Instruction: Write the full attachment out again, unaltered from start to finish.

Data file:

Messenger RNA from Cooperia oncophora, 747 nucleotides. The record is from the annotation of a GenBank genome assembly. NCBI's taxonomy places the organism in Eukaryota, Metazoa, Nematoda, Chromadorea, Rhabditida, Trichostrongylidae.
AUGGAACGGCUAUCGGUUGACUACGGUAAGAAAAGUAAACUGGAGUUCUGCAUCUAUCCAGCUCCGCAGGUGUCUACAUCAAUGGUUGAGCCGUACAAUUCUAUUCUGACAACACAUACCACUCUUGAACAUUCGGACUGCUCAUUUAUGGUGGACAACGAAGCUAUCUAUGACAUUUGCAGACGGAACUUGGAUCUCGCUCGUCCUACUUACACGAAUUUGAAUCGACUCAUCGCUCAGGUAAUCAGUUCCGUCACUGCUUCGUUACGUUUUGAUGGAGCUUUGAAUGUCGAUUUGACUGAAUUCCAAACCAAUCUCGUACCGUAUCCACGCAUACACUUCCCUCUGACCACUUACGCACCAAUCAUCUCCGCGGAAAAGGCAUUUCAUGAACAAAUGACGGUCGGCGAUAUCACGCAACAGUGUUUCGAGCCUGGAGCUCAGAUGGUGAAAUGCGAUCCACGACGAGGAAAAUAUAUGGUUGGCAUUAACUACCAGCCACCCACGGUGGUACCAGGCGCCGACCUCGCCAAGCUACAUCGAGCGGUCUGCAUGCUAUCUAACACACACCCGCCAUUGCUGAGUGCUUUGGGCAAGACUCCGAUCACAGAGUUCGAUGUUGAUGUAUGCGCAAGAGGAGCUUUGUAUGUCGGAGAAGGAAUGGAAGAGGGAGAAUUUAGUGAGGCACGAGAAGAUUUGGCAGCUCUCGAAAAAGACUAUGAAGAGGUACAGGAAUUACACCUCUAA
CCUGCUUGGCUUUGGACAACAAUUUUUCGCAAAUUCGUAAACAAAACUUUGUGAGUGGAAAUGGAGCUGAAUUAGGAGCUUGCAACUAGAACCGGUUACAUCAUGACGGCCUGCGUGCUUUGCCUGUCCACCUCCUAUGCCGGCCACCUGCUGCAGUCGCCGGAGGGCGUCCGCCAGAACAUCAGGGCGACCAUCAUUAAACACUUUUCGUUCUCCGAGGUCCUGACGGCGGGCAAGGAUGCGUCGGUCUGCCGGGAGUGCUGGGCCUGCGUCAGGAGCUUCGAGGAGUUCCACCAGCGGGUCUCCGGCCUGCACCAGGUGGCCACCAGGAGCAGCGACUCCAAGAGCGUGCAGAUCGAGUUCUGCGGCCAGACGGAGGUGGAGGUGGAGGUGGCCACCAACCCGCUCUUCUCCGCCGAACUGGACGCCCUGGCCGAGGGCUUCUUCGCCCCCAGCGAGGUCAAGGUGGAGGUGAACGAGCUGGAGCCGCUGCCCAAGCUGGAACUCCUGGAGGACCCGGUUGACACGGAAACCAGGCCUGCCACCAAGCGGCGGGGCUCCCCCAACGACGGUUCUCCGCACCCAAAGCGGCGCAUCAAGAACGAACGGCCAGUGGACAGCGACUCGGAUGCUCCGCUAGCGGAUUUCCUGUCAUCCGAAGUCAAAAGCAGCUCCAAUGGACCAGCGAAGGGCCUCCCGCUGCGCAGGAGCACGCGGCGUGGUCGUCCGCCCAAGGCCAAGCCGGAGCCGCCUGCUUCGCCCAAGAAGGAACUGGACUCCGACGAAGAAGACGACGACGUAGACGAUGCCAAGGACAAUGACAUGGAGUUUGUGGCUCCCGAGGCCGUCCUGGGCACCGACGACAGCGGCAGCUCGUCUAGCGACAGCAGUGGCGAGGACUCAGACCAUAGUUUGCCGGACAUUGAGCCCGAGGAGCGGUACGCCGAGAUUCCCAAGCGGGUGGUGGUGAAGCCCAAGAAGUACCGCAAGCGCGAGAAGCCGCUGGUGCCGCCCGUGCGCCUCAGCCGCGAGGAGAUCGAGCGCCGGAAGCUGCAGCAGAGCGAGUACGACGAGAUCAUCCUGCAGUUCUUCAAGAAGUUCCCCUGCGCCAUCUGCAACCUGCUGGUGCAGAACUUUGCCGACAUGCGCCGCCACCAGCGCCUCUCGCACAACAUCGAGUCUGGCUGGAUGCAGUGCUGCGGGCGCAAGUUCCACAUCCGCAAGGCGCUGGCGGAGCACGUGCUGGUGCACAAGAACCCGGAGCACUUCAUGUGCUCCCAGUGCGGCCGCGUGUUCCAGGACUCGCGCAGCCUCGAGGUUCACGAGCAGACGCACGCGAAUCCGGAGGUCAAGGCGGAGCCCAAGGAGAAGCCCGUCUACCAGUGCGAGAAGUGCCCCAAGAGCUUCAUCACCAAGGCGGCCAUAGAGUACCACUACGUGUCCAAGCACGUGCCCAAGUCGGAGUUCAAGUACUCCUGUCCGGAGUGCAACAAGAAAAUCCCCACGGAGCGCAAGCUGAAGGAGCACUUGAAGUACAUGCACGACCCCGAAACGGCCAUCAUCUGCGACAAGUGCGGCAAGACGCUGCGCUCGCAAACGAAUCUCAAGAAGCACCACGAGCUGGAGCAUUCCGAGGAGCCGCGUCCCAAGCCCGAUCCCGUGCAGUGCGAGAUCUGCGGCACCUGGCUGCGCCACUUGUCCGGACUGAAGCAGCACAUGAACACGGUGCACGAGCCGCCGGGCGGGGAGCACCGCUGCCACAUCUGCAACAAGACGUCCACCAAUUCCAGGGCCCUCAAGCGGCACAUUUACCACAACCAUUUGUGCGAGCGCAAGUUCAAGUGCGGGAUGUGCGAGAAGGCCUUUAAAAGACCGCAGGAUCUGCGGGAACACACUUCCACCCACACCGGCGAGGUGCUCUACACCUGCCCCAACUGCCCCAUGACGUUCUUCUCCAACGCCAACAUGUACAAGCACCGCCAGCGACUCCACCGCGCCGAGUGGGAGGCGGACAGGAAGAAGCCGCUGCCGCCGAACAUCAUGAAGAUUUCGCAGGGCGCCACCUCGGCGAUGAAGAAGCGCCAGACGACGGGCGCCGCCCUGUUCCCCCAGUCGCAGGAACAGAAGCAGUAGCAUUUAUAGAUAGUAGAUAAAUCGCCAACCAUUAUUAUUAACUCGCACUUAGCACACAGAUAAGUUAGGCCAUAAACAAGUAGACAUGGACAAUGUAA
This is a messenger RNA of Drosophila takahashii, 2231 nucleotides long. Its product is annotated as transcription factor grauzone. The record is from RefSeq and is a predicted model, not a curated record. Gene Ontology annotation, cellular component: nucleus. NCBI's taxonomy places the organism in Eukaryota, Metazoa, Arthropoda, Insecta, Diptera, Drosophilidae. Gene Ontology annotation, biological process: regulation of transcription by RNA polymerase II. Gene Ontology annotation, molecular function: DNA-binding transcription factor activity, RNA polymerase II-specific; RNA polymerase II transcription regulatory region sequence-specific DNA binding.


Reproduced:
Messenger RNA from Cooperia oncophora, 747 nucleotides. The record is from the annotation of a GenBank genome assembly. NCBI's taxonomy places the organism in Eukaryota, Metazoa, Nematoda, Chromadorea, Rhabditida, Trichostrongylidae.
AUGGAACGGCUAUCGGUUGACUACGGUAAGAAAAGUAAACUGGAGUUCUGCAUCUAUCCAGCUCCGCAGGUGUCUACAUCAAUGGUUGAGCCGUACAAUUCUAUUCUGACAACACAUACCACUCUUGAACAUUCGGACUGCUCAUUUAUGGUGGACAACGAAGCUAUCUAUGACAUUUGCAGACGGAACUUGGAUCUCGCUCGUCCUACUUACACGAAUUUGAAUCGACUCAUCGCUCAGGUAAUCAGUUCCGUCACUGCUUCGUUACGUUUUGAUGGAGCUUUGAAUGUCGAUUUGACUGAAUUCCAAACCAAUCUCGUACCGUAUCCACGCAUACACUUCCCUCUGACCACUUACGCACCAAUCAUCUCCGCGGAAAAGGCAUUUCAUGAACAAAUGACGGUCGGCGAUAUCACGCAACAGUGUUUCGAGCCUGGAGCUCAGAUGGUGAAAUGCGAUCCACGACGAGGAAAAUAUAUGGUUGGCAUUAACUACCAGCCACCCACGGUGGUACCAGGCGCCGACCUCGCCAAGCUACAUCGAGCGGUCUGCAUGCUAUCUAACACACACCCGCCAUUGCUGAGUGCUUUGGGCAAGACUCCGAUCACAGAGUUCGAUGUUGAUGUAUGCGCAAGAGGAGCUUUGUAUGUCGGAGAAGGAAUGGAAGAGGGAGAAUUUAGUGAGGCACGAGAAGAUUUGGCAGCUCUCGAAAAAGACUAUGAAGAGGUACAGGAAUUACACCUCUAA
CCUGCUUGGCUUUGGACAACAAUUUUUCGCAAAUUCGUAAACAAAACUUUGUGAGUGGAAAUGGAGCUGAAUUAGGAGCUUGCAACUAGAACCGGUUACAUCAUGACGGCCUGCGUGCUUUGCCUGUCCACCUCCUAUGCCGGCCACCUGCUGCAGUCGCCGGAGGGCGUCCGCCAGAACAUCAGGGCGACCAUCAUUAAACACUUUUCGUUCUCCGAGGUCCUGACGGCGGGCAAGGAUGCGUCGGUCUGCCGGGAGUGCUGGGCCUGCGUCAGGAGCUUCGAGGAGUUCCACCAGCGGGUCUCCGGCCUGCACCAGGUGGCCACCAGGAGCAGCGACUCCAAGAGCGUGCAGAUCGAGUUCUGCGGCCAGACGGAGGUGGAGGUGGAGGUGGCCACCAACCCGCUCUUCUCCGCCGAACUGGACGCCCUGGCCGAGGGCUUCUUCGCCCCCAGCGAGGUCAAGGUGGAGGUGAACGAGCUGGAGCCGCUGCCCAAGCUGGAACUCCUGGAGGACCCGGUUGACACGGAAACCAGGCCUGCCACCAAGCGGCGGGGCUCCCCCAACGACGGUUCUCCGCACCCAAAGCGGCGCAUCAAGAACGAACGGCCAGUGGACAGCGACUCGGAUGCUCCGCUAGCGGAUUUCCUGUCAUCCGAAGUCAAAAGCAGCUCCAAUGGACCAGCGAAGGGCCUCCCGCUGCGCAGGAGCACGCGGCGUGGUCGUCCGCCCAAGGCCAAGCCGGAGCCGCCUGCUUCGCCCAAGAAGGAACUGGACUCCGACGAAGAAGACGACGACGUAGACGAUGCCAAGGACAAUGACAUGGAGUUUGUGGCUCCCGAGGCCGUCCUGGGCACCGACGACAGCGGCAGCUCGUCUAGCGACAGCAGUGGCGAGGACUCAGACCAUAGUUUGCCGGACAUUGAGCCCGAGGAGCGGUACGCCGAGAUUCCCAAGCGGGUGGUGGUGAAGCCCAAGAAGUACCGCAAGCGCGAGAAGCCGCUGGUGCCGCCCGUGCGCCUCAGCCGCGAGGAGAUCGAGCGCCGGAAGCUGCAGCAGAGCGAGUACGACGAGAUCAUCCUGCAGUUCUUCAAGAAGUUCCCCUGCGCCAUCUGCAACCUGCUGGUGCAGAACUUUGCCGACAUGCGCCGCCACCAGCGCCUCUCGCACAACAUCGAGUCUGGCUGGAUGCAGUGCUGCGGGCGCAAGUUCCACAUCCGCAAGGCGCUGGCGGAGCACGUGCUGGUGCACAAGAACCCGGAGCACUUCAUGUGCUCCCAGUGCGGCCGCGUGUUCCAGGACUCGCGCAGCCUCGAGGUUCACGAGCAGACGCACGCGAAUCCGGAGGUCAAGGCGGAGCCCAAGGAGAAGCCCGUCUACCAGUGCGAGAAGUGCCCCAAGAGCUUCAUCACCAAGGCGGCCAUAGAGUACCACUACGUGUCCAAGCACGUGCCCAAGUCGGAGUUCAAGUACUCCUGUCCGGAGUGCAACAAGAAAAUCCCCACGGAGCGCAAGCUGAAGGAGCACUUGAAGUACAUGCACGACCCCGAAACGGCCAUCAUCUGCGACAAGUGCGGCAAGACGCUGCGCUCGCAAACGAAUCUCAAGAAGCACCACGAGCUGGAGCAUUCCGAGGAGCCGCGUCCCAAGCCCGAUCCCGUGCAGUGCGAGAUCUGCGGCACCUGGCUGCGCCACUUGUCCGGACUGAAGCAGCACAUGAACACGGUGCACGAGCCGCCGGGCGGGGAGCACCGCUGCCACAUCUGCAACAAGACGUCCACCAAUUCCAGGGCCCUCAAGCGGCACAUUUACCACAACCAUUUGUGCGAGCGCAAGUUCAAGUGCGGGAUGUGCGAGAAGGCCUUUAAAAGACCGCAGGAUCUGCGGGAACACACUUCCACCCACACCGGCGAGGUGCUCUACACCUGCCCCAACUGCCCCAUGACGUUCUUCUCCAACGCCAACAUGUACAAGCACCGCCAGCGACUCCACCGCGCCGAGUGGGAGGCGGACAGGAAGAAGCCGCUGCCGCCGAACAUCAUGAAGAUUUCGCAGGGCGCCACCUCGGCGAUGAAGAAGCGCCAGACGACGGGCGCCGCCCUGUUCCCCCAGUCGCAGGAACAGAAGCAGUAGCAUUUAUAGAUAGUAGAUAAAUCGCCAACCAUUAUUAUUAACUCGCACUUAGCACACAGAUAAGUUAGGCCAUAAACAAGUAGACAUGGACAAUGUAA
This is a messenger RNA of Drosophila takahashii, 2231 nucleotides long. Its product is annotated as transcription factor grauzone. The record is from RefSeq and is a predicted model, not a curated record. Gene Ontology annotation, cellular component: nucleus. NCBI's taxonomy places the organism in Eukaryota, Metazoa, Arthropoda, Insecta, Diptera, Drosophilidae. Gene Ontology annotation, biological process: regulation of transcription by RNA polymerase II. Gene Ontology annotation, molecular function: DNA-binding transcription factor activity, RNA polymerase II-specific; RNA polymerase II transcription regulatory region sequence-specific DNA binding.